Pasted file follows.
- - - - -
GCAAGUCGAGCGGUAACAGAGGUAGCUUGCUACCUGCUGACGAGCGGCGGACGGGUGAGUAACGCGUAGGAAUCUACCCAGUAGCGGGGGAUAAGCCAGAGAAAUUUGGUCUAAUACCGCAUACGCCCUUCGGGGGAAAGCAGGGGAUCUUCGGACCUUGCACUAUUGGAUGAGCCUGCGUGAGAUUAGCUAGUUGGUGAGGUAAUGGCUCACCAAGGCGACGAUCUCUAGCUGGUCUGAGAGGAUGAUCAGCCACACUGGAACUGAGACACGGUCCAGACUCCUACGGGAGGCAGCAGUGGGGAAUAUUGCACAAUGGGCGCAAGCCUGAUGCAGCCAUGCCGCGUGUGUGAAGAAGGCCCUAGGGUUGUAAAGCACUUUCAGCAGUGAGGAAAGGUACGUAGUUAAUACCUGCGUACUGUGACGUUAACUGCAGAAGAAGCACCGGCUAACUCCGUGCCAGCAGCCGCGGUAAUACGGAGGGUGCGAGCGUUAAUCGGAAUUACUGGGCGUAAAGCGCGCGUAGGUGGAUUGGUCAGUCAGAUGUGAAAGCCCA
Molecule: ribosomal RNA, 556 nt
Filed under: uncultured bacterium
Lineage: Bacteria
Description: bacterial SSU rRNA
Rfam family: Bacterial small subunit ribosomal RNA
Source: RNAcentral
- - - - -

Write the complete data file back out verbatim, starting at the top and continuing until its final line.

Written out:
GCAAGUCGAGCGGUAACAGAGGUAGCUUGCUACCUGCUGACGAGCGGCGGACGGGUGAGUAACGCGUAGGAAUCUACCCAGUAGCGGGGGAUAAGCCAGAGAAAUUUGGUCUAAUACCGCAUACGCCCUUCGGGGGAAAGCAGGGGAUCUUCGGACCUUGCACUAUUGGAUGAGCCUGCGUGAGAUUAGCUAGUUGGUGAGGUAAUGGCUCACCAAGGCGACGAUCUCUAGCUGGUCUGAGAGGAUGAUCAGCCACACUGGAACUGAGACACGGUCCAGACUCCUACGGGAGGCAGCAGUGGGGAAUAUUGCACAAUGGGCGCAAGCCUGAUGCAGCCAUGCCGCGUGUGUGAAGAAGGCCCUAGGGUUGUAAAGCACUUUCAGCAGUGAGGAAAGGUACGUAGUUAAUACCUGCGUACUGUGACGUUAACUGCAGAAGAAGCACCGGCUAACUCCGUGCCAGCAGCCGCGGUAAUACGGAGGGUGCGAGCGUUAAUCGGAAUUACUGGGCGUAAAGCGCGCGUAGGUGGAUUGGUCAGUCAGAUGUGAAAGCCCA
Molecule: ribosomal RNA, 556 nt
Filed under: uncultured bacterium
Lineage: Bacteria
Description: bacterial SSU rRNA
Rfam family: Bacterial small subunit ribosomal RNA
Source: RNAcentral